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Let $\{X_n\}_{n \geq 1}$ be a sequence of random variables with $\mathbb{E}[X_n] = u$. Suppose $\lim_{n \to \infty}\mathrm{Var}[X_n] = 0$. Do we have that $X_n$ converges to constant $u$ almost surely?


What I ask actually comes from proving the quadratic variation of Brownian motion $B(t)$ is $t$. I was wondering how above argument for $X_n = \sum_i[B(t_i^n)-B(t_{i-1}^n)]^2$ implies that quadratic variation of Brownian motion $B(t)$ is $t$?

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  • $\begingroup$ As far as I know, the approximate quadratic variation need not converge a.s. without extra conditions. Refer to this, for instance. I am not sure how you would relate those two problems. $\endgroup$ – Sangchul Lee Feb 23 '17 at 22:42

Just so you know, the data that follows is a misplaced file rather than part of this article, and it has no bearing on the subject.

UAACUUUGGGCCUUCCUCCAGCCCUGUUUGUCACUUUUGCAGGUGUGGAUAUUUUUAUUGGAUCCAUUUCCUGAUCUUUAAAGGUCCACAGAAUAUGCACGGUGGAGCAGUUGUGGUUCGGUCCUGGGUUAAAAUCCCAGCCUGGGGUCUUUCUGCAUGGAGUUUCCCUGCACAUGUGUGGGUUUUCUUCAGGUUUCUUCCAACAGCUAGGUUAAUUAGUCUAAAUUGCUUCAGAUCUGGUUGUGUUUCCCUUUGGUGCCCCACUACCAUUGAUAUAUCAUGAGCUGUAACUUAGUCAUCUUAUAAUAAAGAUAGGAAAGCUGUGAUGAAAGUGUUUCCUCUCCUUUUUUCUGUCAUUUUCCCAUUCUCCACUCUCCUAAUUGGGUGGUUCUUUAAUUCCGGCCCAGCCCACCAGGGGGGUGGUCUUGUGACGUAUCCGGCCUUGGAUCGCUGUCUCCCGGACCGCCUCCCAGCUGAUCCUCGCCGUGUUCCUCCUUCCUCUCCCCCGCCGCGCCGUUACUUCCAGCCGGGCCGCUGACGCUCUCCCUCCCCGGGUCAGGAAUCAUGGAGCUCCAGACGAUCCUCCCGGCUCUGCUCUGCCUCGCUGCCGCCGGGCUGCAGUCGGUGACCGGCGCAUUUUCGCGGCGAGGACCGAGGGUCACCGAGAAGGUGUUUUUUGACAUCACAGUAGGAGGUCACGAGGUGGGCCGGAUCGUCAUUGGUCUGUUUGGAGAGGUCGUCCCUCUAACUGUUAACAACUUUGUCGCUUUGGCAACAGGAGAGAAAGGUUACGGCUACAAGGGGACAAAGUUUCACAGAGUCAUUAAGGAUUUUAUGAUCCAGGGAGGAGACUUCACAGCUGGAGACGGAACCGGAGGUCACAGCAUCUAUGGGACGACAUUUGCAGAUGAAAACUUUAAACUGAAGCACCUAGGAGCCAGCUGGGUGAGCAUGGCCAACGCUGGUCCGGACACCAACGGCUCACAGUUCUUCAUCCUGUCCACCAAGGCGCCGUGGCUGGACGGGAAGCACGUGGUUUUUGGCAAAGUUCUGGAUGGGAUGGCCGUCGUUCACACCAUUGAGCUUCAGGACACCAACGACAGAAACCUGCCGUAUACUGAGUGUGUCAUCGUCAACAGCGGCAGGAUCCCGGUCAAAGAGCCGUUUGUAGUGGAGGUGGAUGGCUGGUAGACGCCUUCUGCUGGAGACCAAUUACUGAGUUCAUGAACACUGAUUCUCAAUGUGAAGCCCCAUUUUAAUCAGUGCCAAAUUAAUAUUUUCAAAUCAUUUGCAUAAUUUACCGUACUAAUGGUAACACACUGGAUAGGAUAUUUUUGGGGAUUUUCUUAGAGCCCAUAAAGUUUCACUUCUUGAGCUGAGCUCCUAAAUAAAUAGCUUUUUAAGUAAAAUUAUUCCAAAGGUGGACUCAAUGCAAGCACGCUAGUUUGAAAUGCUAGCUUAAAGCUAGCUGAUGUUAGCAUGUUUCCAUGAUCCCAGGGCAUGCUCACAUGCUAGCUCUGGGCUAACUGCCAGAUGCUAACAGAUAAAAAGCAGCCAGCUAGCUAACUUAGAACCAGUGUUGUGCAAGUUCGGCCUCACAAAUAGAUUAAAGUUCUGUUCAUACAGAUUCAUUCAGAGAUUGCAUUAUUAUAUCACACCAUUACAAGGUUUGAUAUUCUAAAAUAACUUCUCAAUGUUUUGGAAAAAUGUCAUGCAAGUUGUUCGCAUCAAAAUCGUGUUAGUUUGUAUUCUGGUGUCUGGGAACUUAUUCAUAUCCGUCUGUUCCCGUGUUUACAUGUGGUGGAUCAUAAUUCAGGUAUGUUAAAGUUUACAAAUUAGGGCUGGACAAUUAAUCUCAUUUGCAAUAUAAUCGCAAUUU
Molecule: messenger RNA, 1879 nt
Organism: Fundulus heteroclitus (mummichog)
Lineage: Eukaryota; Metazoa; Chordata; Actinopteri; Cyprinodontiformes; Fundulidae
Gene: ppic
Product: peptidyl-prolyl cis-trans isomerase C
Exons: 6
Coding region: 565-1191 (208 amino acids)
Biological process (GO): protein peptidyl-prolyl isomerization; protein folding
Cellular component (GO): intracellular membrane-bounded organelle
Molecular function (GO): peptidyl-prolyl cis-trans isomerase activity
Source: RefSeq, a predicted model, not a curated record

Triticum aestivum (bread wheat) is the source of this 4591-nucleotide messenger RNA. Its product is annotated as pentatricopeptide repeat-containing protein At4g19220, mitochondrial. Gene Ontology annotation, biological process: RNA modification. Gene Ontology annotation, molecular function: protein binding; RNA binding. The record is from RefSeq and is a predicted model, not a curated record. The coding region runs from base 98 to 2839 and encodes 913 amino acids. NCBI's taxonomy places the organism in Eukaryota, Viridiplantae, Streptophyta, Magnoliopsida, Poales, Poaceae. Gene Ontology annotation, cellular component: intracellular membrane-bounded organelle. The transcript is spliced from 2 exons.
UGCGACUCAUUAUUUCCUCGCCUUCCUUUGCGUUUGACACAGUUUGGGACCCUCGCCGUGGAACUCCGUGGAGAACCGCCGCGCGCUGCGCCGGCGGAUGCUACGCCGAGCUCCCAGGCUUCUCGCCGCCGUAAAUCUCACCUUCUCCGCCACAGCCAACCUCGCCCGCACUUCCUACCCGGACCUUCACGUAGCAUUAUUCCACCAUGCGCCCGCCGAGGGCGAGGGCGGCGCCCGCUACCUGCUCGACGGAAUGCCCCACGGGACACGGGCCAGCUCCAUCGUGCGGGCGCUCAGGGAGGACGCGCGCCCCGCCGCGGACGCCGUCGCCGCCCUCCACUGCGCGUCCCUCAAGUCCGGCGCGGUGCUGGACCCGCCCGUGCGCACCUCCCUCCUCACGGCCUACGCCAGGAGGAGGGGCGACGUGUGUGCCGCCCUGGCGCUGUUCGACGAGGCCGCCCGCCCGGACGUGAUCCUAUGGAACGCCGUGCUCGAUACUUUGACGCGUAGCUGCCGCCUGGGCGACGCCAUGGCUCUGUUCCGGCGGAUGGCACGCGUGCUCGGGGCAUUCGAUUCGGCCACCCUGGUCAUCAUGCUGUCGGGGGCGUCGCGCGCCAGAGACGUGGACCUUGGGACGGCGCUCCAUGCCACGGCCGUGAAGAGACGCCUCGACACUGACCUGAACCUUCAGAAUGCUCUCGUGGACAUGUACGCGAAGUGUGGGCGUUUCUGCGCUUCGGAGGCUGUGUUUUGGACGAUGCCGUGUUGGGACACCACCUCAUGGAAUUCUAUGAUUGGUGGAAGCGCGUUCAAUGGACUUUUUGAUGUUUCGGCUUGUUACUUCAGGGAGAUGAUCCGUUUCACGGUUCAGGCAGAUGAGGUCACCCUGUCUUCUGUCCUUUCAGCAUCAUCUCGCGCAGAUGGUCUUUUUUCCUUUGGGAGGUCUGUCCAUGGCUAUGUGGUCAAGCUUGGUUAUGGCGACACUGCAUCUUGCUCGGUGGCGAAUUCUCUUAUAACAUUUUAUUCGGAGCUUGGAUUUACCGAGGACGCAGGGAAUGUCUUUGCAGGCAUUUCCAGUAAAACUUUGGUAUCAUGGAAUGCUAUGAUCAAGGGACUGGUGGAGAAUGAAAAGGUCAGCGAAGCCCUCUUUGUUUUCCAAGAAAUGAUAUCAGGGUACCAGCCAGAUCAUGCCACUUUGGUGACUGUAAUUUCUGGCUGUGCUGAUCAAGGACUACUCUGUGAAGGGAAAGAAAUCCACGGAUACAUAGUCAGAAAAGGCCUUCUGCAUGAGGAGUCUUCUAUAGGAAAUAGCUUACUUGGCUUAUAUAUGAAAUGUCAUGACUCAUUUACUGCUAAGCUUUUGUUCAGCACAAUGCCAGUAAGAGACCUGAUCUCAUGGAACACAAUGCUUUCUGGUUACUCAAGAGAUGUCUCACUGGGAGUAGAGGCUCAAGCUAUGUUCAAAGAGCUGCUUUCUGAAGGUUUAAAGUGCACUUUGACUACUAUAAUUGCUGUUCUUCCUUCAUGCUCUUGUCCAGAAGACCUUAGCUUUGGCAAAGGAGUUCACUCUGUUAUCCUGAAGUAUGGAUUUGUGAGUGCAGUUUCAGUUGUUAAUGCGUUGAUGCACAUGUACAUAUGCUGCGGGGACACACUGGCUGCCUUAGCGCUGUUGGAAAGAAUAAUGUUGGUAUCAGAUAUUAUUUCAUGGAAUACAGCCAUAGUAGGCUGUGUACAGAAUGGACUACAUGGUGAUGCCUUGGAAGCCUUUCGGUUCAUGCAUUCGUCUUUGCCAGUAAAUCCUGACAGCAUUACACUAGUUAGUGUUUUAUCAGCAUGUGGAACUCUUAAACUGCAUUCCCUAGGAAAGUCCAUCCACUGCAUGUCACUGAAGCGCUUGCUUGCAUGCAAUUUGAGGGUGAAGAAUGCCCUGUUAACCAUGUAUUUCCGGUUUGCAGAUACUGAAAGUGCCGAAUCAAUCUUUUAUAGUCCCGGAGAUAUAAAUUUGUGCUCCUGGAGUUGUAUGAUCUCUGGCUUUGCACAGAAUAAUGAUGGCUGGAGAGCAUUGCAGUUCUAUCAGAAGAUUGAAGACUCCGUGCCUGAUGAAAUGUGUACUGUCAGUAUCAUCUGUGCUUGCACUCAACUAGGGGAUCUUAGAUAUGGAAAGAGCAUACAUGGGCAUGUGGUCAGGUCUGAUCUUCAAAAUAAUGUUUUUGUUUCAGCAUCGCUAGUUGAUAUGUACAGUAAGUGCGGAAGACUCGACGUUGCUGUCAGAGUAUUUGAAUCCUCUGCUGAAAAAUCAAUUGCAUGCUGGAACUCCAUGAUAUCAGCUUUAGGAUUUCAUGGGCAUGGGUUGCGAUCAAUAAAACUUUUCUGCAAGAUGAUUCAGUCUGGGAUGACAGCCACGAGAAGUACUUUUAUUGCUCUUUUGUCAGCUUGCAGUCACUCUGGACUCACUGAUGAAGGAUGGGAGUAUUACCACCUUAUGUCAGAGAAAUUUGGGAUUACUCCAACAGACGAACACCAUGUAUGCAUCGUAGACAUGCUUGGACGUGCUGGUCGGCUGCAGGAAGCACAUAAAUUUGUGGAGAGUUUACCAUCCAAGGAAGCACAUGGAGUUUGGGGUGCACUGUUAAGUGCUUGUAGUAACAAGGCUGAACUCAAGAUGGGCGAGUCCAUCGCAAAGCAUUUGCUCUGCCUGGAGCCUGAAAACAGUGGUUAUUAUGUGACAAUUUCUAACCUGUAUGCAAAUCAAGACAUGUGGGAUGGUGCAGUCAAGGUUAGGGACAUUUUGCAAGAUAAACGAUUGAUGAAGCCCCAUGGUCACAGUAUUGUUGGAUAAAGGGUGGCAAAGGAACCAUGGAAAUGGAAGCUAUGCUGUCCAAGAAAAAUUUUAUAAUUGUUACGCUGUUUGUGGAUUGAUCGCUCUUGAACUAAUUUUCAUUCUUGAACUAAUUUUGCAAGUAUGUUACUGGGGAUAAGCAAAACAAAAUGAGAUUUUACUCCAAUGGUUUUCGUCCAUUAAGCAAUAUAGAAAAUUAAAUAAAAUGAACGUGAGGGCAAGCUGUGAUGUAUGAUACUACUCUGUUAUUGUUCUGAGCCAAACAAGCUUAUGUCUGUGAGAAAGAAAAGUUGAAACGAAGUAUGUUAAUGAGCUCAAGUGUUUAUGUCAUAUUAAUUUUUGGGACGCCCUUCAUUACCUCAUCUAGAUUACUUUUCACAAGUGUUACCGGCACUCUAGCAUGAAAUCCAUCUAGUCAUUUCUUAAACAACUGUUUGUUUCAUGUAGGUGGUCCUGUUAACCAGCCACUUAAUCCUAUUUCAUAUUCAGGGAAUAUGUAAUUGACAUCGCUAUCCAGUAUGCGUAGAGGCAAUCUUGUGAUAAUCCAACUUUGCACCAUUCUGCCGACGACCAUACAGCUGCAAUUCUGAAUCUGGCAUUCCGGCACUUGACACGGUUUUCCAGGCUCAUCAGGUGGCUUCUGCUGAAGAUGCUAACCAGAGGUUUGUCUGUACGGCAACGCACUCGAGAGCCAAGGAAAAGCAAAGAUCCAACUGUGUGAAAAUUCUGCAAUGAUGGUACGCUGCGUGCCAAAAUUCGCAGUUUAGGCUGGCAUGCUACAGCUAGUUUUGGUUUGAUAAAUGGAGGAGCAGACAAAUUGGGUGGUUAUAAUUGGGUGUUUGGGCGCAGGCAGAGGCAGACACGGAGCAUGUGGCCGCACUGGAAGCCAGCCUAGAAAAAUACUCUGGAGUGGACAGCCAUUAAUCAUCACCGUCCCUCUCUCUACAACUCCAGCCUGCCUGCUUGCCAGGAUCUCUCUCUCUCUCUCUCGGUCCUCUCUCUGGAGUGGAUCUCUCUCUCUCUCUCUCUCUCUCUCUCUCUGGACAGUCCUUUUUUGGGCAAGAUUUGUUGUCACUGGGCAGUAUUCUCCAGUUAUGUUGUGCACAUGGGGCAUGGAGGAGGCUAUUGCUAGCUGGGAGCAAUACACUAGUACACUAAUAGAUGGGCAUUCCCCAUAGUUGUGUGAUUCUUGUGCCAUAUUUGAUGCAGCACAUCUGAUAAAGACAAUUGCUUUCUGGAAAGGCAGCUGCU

• $\begingroup$ It's a theorem in my textbook. Refer to this books.google.com/… Page 63. $\endgroup$ – Stupid_Guy Feb 23 '17 at 22:48
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Yes, and the easiest way to prove this is Chebyshev's Inequality.

Edit: Good point, but you can use Borel-Cantelli if the variances are summable. I think with your example we already know that there is an a.s. limit for the quadratic variation, so we're just making claims about what it is, I'm blanking on it now but that's likely the argument.

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    $\begingroup$ I guess Chebyshev's Inequality only implies convergence in probability? $\endgroup$ – Stupid_Guy Feb 23 '17 at 22:43
  • $\begingroup$ yes it only implies convergence in probability $\endgroup$ – Monty Apr 23 '18 at 11:25

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